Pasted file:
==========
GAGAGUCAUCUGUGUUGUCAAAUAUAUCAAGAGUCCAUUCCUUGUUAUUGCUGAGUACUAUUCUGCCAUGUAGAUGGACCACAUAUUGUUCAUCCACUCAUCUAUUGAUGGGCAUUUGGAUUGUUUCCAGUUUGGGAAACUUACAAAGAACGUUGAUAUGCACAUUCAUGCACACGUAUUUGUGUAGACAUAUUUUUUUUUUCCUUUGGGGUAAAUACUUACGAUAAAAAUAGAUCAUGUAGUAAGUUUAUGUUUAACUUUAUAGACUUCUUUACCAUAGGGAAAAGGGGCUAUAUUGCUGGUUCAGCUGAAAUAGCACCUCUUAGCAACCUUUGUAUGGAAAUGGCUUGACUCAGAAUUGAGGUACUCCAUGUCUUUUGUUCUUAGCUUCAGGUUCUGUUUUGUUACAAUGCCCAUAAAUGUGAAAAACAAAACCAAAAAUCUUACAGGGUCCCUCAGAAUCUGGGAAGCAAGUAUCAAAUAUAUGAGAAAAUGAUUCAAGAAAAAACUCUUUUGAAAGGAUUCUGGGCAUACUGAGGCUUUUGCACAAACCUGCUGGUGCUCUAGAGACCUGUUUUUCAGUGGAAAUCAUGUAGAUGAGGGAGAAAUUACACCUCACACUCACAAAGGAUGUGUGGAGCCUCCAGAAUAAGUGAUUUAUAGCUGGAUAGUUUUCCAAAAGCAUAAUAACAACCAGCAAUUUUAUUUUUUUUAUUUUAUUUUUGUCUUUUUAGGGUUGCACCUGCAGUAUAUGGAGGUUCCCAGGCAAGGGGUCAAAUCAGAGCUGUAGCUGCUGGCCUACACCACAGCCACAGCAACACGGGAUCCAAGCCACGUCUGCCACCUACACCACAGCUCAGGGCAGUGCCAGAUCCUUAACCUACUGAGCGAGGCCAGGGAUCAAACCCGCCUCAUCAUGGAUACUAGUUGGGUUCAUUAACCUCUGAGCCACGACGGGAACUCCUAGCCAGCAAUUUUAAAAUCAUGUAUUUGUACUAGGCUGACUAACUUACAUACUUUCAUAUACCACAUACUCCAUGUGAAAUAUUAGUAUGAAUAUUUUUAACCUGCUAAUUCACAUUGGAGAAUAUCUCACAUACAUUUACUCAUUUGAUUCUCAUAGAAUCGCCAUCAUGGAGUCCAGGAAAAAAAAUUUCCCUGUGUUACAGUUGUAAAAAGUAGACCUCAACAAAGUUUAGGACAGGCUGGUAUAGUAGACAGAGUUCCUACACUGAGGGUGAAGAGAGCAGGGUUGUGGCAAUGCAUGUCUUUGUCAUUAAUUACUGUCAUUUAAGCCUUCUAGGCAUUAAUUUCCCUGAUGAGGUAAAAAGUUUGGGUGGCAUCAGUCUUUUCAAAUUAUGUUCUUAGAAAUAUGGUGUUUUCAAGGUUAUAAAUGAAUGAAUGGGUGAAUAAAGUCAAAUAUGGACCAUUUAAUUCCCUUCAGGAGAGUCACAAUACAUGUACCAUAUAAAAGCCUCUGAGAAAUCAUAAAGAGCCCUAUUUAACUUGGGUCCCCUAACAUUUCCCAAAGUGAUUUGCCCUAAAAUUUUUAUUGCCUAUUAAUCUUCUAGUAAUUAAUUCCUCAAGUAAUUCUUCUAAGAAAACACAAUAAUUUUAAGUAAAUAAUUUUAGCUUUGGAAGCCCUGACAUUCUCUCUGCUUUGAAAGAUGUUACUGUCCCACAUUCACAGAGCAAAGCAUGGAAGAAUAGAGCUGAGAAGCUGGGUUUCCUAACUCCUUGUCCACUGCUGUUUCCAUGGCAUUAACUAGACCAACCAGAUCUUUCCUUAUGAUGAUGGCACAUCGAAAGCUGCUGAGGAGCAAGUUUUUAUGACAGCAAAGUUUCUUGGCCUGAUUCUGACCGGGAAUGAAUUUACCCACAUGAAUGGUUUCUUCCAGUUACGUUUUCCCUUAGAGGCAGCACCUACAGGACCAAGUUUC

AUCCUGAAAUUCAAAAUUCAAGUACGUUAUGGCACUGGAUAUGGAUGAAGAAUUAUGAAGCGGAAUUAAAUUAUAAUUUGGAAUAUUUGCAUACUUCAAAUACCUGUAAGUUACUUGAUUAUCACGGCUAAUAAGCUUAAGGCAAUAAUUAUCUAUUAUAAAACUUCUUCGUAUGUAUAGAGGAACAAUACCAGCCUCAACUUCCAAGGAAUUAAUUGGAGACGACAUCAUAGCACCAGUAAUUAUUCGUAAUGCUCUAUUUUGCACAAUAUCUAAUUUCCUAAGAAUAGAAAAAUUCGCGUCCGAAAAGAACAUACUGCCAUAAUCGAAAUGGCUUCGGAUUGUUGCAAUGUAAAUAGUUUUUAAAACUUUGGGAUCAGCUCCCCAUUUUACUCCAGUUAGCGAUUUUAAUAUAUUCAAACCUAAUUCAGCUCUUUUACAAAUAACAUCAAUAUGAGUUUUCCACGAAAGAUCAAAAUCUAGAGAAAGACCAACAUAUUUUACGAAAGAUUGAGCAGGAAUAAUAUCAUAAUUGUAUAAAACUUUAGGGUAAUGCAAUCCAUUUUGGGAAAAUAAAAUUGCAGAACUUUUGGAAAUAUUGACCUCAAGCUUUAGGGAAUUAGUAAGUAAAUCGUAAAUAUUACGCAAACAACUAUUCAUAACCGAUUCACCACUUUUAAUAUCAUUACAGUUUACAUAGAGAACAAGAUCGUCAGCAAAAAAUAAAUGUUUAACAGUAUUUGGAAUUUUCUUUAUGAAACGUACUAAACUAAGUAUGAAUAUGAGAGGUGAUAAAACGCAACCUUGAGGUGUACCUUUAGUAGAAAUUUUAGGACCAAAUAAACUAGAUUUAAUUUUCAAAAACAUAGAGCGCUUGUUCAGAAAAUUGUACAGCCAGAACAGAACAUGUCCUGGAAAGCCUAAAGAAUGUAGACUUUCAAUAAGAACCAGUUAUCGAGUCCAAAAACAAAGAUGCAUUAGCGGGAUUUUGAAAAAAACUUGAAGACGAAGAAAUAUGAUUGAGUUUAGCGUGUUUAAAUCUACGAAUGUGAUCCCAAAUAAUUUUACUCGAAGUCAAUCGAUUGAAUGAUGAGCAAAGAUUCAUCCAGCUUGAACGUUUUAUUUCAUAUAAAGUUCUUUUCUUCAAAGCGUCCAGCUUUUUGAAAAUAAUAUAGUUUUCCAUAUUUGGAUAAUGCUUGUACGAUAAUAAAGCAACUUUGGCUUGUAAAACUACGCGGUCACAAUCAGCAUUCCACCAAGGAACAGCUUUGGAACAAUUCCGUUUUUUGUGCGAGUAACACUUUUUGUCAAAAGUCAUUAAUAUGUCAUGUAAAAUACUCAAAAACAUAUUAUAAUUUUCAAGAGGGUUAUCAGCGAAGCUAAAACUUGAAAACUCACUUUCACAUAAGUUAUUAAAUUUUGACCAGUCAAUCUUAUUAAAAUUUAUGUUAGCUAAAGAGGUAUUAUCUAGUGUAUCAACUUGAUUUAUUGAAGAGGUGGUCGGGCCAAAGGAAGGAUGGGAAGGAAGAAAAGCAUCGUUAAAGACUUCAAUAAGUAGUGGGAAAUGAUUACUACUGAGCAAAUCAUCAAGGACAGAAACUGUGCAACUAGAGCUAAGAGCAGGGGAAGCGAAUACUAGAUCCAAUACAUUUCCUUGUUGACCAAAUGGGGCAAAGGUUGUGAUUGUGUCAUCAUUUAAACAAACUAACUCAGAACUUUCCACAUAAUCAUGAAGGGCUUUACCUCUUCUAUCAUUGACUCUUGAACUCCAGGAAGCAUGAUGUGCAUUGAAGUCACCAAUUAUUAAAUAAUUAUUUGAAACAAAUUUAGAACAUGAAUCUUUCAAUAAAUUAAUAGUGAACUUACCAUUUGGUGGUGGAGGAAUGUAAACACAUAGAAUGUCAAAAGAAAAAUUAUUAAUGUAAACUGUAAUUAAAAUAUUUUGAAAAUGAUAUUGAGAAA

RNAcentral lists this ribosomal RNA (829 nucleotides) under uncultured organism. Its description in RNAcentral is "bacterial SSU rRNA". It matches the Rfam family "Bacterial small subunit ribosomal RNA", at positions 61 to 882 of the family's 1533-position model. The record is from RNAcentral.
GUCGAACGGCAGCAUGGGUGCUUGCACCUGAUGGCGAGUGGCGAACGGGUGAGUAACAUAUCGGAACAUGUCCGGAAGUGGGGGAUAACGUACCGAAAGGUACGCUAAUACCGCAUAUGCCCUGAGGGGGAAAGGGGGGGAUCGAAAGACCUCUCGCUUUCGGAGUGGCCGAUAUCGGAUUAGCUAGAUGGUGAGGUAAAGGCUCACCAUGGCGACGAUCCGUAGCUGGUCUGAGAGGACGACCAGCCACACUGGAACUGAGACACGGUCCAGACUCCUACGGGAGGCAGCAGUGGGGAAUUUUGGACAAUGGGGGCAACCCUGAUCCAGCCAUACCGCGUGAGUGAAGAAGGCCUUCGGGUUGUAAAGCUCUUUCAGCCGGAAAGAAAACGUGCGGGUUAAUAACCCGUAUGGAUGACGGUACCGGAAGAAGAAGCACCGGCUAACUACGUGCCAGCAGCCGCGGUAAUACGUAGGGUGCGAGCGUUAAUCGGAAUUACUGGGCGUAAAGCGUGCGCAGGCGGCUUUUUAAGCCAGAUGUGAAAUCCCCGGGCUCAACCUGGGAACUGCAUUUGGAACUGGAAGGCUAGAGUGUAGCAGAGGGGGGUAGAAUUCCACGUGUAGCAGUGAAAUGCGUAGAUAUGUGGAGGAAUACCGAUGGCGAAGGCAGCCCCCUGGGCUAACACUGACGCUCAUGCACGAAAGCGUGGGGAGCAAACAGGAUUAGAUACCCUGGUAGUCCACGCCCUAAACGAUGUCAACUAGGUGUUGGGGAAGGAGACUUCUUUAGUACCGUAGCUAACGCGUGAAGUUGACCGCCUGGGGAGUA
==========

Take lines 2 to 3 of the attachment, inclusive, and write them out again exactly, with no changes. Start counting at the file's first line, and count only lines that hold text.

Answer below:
AUCCUGAAAUUCAAAAUUCAAGUACGUUAUGGCACUGGAUAUGGAUGAAGAAUUAUGAAGCGGAAUUAAAUUAUAAUUUGGAAUAUUUGCAUACUUCAAAUACCUGUAAGUUACUUGAUUAUCACGGCUAAUAAGCUUAAGGCAAUAAUUAUCUAUUAUAAAACUUCUUCGUAUGUAUAGAGGAACAAUACCAGCCUCAACUUCCAAGGAAUUAAUUGGAGACGACAUCAUAGCACCAGUAAUUAUUCGUAAUGCUCUAUUUUGCACAAUAUCUAAUUUCCUAAGAAUAGAAAAAUUCGCGUCCGAAAAGAACAUACUGCCAUAAUCGAAAUGGCUUCGGAUUGUUGCAAUGUAAAUAGUUUUUAAAACUUUGGGAUCAGCUCCCCAUUUUACUCCAGUUAGCGAUUUUAAUAUAUUCAAACCUAAUUCAGCUCUUUUACAAAUAACAUCAAUAUGAGUUUUCCACGAAAGAUCAAAAUCUAGAGAAAGACCAACAUAUUUUACGAAAGAUUGAGCAGGAAUAAUAUCAUAAUUGUAUAAAACUUUAGGGUAAUGCAAUCCAUUUUGGGAAAAUAAAAUUGCAGAACUUUUGGAAAUAUUGACCUCAAGCUUUAGGGAAUUAGUAAGUAAAUCGUAAAUAUUACGCAAACAACUAUUCAUAACCGAUUCACCACUUUUAAUAUCAUUACAGUUUACAUAGAGAACAAGAUCGUCAGCAAAAAAUAAAUGUUUAACAGUAUUUGGAAUUUUCUUUAUGAAACGUACUAAACUAAGUAUGAAUAUGAGAGGUGAUAAAACGCAACCUUGAGGUGUACCUUUAGUAGAAAUUUUAGGACCAAAUAAACUAGAUUUAAUUUUCAAAAACAUAGAGCGCUUGUUCAGAAAAUUGUACAGCCAGAACAGAACAUGUCCUGGAAAGCCUAAAGAAUGUAGACUUUCAAUAAGAACCAGUUAUCGAGUCCAAAAACAAAGAUGCAUUAGCGGGAUUUUGAAAAAAACUUGAAGACGAAGAAAUAUGAUUGAGUUUAGCGUGUUUAAAUCUACGAAUGUGAUCCCAAAUAAUUUUACUCGAAGUCAAUCGAUUGAAUGAUGAGCAAAGAUUCAUCCAGCUUGAACGUUUUAUUUCAUAUAAAGUUCUUUUCUUCAAAGCGUCCAGCUUUUUGAAAAUAAUAUAGUUUUCCAUAUUUGGAUAAUGCUUGUACGAUAAUAAAGCAACUUUGGCUUGUAAAACUACGCGGUCACAAUCAGCAUUCCACCAAGGAACAGCUUUGGAACAAUUCCGUUUUUUGUGCGAGUAACACUUUUUGUCAAAAGUCAUUAAUAUGUCAUGUAAAAUACUCAAAAACAUAUUAUAAUUUUCAAGAGGGUUAUCAGCGAAGCUAAAACUUGAAAACUCACUUUCACAUAAGUUAUUAAAUUUUGACCAGUCAAUCUUAUUAAAAUUUAUGUUAGCUAAAGAGGUAUUAUCUAGUGUAUCAACUUGAUUUAUUGAAGAGGUGGUCGGGCCAAAGGAAGGAUGGGAAGGAAGAAAAGCAUCGUUAAAGACUUCAAUAAGUAGUGGGAAAUGAUUACUACUGAGCAAAUCAUCAAGGACAGAAACUGUGCAACUAGAGCUAAGAGCAGGGGAAGCGAAUACUAGAUCCAAUACAUUUCCUUGUUGACCAAAUGGGGCAAAGGUUGUGAUUGUGUCAUCAUUUAAACAAACUAACUCAGAACUUUCCACAUAAUCAUGAAGGGCUUUACCUCUUCUAUCAUUGACUCUUGAACUCCAGGAAGCAUGAUGUGCAUUGAAGUCACCAAUUAUUAAAUAAUUAUUUGAAACAAAUUUAGAACAUGAAUCUUUCAAUAAAUUAAUAGUGAACUUACCAUUUGGUGGUGGAGGAAUGUAAACACAUAGAAUGUCAAAAGAAAAAUUAUUAAUGUAAACUGUAAUUAAAAUAUUUUGAAAAUGAUAUUGAGAAA

RNAcentral lists this ribosomal RNA (829 nucleotides) under uncultured organism. Its description in RNAcentral is "bacterial SSU rRNA". It matches the Rfam family "Bacterial small subunit ribosomal RNA", at positions 61 to 882 of the family's 1533-position model. The record is from RNAcentral.